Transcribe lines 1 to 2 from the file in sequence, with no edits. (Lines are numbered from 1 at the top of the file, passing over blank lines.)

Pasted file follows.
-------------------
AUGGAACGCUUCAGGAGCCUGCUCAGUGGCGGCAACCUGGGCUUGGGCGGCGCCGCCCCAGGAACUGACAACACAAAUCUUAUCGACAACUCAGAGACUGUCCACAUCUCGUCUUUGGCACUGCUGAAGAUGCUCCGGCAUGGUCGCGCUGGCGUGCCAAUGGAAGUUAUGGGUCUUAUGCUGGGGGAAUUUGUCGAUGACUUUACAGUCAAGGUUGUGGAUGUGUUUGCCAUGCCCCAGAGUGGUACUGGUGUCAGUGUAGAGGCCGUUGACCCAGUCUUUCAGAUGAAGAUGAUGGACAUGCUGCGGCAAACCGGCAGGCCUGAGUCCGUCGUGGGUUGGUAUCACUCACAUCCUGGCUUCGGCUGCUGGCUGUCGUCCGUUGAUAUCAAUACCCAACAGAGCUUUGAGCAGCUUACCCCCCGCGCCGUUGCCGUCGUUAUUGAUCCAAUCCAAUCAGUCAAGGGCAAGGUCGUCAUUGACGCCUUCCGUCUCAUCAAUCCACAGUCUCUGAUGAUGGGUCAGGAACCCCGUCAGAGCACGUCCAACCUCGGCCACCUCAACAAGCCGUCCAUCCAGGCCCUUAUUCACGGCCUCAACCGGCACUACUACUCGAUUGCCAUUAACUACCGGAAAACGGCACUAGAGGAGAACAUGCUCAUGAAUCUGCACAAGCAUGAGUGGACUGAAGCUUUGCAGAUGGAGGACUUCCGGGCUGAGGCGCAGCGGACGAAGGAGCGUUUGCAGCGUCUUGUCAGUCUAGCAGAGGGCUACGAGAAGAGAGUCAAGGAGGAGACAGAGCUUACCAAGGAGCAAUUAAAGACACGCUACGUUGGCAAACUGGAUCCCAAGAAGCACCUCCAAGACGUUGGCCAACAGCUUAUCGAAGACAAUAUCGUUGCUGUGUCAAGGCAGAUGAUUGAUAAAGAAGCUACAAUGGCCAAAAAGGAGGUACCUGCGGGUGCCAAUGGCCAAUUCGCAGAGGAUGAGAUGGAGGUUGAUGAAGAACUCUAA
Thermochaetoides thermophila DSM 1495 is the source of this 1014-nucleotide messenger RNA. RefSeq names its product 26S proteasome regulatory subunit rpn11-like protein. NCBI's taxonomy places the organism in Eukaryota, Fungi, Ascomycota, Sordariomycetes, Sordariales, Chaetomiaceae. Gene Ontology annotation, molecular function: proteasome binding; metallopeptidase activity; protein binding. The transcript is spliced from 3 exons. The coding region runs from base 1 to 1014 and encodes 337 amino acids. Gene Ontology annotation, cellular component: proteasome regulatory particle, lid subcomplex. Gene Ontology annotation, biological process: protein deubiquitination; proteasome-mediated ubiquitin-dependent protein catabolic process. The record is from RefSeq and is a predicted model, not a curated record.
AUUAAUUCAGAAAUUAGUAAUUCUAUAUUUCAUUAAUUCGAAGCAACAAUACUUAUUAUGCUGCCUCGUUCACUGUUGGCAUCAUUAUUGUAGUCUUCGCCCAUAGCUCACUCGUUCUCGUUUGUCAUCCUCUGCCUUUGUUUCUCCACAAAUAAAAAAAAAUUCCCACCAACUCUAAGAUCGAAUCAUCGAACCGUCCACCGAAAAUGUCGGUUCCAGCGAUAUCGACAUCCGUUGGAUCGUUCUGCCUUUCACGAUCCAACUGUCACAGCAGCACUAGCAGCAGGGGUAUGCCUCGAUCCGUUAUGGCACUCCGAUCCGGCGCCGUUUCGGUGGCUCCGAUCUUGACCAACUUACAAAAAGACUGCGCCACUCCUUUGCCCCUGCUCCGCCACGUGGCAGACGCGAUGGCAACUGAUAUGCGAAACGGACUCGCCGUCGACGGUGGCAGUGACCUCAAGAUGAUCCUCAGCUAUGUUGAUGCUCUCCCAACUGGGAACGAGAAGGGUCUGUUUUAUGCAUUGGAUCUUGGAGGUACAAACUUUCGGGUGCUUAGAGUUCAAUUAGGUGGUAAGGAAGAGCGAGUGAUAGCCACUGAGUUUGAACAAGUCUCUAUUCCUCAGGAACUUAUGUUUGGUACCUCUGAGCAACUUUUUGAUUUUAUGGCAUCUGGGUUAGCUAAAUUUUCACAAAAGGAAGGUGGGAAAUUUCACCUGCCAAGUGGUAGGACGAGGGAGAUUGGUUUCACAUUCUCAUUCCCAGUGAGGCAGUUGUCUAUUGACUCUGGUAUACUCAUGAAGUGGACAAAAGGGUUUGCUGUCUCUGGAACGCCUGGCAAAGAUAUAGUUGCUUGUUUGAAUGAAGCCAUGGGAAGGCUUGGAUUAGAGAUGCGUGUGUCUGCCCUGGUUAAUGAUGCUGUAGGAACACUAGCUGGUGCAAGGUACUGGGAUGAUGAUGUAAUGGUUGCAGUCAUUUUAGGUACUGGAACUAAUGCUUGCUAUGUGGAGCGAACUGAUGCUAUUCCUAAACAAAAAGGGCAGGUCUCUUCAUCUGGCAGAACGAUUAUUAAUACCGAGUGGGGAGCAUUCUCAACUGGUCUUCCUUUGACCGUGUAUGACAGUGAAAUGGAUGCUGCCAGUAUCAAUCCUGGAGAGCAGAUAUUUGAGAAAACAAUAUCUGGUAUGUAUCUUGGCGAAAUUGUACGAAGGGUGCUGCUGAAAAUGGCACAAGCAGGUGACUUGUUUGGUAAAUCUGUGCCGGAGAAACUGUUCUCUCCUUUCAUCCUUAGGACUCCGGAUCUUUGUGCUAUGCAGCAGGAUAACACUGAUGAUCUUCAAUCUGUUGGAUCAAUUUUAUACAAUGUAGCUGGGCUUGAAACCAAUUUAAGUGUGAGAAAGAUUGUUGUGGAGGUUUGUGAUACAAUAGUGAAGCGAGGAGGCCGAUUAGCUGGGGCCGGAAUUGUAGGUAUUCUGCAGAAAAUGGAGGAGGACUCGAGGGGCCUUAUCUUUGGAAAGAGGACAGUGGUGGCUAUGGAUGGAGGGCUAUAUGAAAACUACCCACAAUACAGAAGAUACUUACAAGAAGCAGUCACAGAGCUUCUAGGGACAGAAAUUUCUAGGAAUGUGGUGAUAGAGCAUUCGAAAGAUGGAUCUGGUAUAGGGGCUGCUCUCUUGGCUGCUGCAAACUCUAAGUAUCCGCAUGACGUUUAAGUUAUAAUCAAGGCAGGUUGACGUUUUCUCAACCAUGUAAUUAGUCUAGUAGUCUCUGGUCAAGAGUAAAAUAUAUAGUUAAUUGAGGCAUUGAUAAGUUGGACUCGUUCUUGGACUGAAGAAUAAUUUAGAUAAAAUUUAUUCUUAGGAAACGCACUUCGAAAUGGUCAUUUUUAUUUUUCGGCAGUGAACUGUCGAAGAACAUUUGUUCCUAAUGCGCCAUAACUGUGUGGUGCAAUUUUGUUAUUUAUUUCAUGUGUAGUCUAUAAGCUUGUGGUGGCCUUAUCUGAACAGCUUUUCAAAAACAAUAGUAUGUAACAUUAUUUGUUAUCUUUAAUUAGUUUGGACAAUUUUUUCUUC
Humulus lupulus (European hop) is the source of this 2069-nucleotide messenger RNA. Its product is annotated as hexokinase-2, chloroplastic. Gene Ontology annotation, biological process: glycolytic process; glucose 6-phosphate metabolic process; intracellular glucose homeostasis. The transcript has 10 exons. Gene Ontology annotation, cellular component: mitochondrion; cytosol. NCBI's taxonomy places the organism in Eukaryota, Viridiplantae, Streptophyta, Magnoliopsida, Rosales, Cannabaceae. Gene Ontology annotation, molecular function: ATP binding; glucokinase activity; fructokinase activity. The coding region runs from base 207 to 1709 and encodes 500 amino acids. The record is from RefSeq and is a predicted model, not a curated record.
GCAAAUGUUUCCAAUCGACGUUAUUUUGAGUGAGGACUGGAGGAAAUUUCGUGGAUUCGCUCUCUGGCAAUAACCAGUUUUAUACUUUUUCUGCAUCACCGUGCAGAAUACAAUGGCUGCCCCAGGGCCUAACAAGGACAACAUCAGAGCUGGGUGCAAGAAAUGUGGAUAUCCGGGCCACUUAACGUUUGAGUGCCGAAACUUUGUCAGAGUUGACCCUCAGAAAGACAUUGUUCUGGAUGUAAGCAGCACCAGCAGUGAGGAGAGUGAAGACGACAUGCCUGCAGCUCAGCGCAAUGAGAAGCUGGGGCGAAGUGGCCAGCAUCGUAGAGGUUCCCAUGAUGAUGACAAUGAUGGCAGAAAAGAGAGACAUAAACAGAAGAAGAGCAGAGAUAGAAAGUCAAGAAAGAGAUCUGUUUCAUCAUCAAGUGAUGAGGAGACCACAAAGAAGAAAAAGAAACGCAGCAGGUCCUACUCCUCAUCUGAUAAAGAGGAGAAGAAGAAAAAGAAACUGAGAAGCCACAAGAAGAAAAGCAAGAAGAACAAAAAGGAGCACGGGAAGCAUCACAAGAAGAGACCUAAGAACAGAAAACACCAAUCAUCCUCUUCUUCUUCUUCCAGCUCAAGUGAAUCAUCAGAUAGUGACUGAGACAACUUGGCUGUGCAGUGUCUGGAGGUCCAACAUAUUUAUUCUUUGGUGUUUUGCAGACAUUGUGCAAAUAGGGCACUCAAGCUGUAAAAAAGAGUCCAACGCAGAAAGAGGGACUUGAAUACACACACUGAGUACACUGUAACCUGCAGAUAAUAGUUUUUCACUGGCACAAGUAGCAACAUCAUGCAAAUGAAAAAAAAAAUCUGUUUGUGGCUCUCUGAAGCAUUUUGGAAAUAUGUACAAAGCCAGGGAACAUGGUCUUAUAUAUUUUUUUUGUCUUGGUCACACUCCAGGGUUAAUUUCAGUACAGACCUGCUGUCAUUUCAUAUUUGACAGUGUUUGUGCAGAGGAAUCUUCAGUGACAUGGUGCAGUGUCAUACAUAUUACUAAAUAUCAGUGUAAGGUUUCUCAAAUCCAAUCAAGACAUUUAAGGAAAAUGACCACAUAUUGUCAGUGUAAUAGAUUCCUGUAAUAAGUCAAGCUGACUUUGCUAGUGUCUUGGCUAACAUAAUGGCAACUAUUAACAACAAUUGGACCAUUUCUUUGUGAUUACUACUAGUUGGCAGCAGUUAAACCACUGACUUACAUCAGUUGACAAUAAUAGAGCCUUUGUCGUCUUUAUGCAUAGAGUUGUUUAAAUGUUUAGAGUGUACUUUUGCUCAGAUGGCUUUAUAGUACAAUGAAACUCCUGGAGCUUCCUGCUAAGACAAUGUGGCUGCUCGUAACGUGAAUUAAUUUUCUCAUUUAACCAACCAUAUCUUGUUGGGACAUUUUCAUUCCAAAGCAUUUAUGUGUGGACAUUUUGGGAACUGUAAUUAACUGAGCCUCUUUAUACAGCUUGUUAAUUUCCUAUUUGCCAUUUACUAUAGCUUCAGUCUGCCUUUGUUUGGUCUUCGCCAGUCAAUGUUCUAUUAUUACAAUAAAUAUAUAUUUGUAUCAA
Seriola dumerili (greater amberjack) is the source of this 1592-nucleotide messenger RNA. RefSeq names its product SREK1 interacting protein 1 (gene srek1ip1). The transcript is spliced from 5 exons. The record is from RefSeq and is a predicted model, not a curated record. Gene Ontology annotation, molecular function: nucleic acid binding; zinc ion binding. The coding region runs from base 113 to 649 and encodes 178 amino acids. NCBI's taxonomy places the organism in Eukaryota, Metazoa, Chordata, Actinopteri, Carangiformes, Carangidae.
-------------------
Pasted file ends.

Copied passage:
AUGGAACGCUUCAGGAGCCUGCUCAGUGGCGGCAACCUGGGCUUGGGCGGCGCCGCCCCAGGAACUGACAACACAAAUCUUAUCGACAACUCAGAGACUGUCCACAUCUCGUCUUUGGCACUGCUGAAGAUGCUCCGGCAUGGUCGCGCUGGCGUGCCAAUGGAAGUUAUGGGUCUUAUGCUGGGGGAAUUUGUCGAUGACUUUACAGUCAAGGUUGUGGAUGUGUUUGCCAUGCCCCAGAGUGGUACUGGUGUCAGUGUAGAGGCCGUUGACCCAGUCUUUCAGAUGAAGAUGAUGGACAUGCUGCGGCAAACCGGCAGGCCUGAGUCCGUCGUGGGUUGGUAUCACUCACAUCCUGGCUUCGGCUGCUGGCUGUCGUCCGUUGAUAUCAAUACCCAACAGAGCUUUGAGCAGCUUACCCCCCGCGCCGUUGCCGUCGUUAUUGAUCCAAUCCAAUCAGUCAAGGGCAAGGUCGUCAUUGACGCCUUCCGUCUCAUCAAUCCACAGUCUCUGAUGAUGGGUCAGGAACCCCGUCAGAGCACGUCCAACCUCGGCCACCUCAACAAGCCGUCCAUCCAGGCCCUUAUUCACGGCCUCAACCGGCACUACUACUCGAUUGCCAUUAACUACCGGAAAACGGCACUAGAGGAGAACAUGCUCAUGAAUCUGCACAAGCAUGAGUGGACUGAAGCUUUGCAGAUGGAGGACUUCCGGGCUGAGGCGCAGCGGACGAAGGAGCGUUUGCAGCGUCUUGUCAGUCUAGCAGAGGGCUACGAGAAGAGAGUCAAGGAGGAGACAGAGCUUACCAAGGAGCAAUUAAAGACACGCUACGUUGGCAAACUGGAUCCCAAGAAGCACCUCCAAGACGUUGGCCAACAGCUUAUCGAAGACAAUAUCGUUGCUGUGUCAAGGCAGAUGAUUGAUAAAGAAGCUACAAUGGCCAAAAAGGAGGUACCUGCGGGUGCCAAUGGCCAAUUCGCAGAGGAUGAGAUGGAGGUUGAUGAAGAACUCUAA
Thermochaetoides thermophila DSM 1495 is the source of this 1014-nucleotide messenger RNA. RefSeq names its product 26S proteasome regulatory subunit rpn11-like protein. NCBI's taxonomy places the organism in Eukaryota, Fungi, Ascomycota, Sordariomycetes, Sordariales, Chaetomiaceae. Gene Ontology annotation, molecular function: proteasome binding; metallopeptidase activity; protein binding. The transcript is spliced from 3 exons. The coding region runs from base 1 to 1014 and encodes 337 amino acids. Gene Ontology annotation, cellular component: proteasome regulatory particle, lid subcomplex. Gene Ontology annotation, biological process: protein deubiquitination; proteasome-mediated ubiquitin-dependent protein catabolic process. The record is from RefSeq and is a predicted model, not a curated record.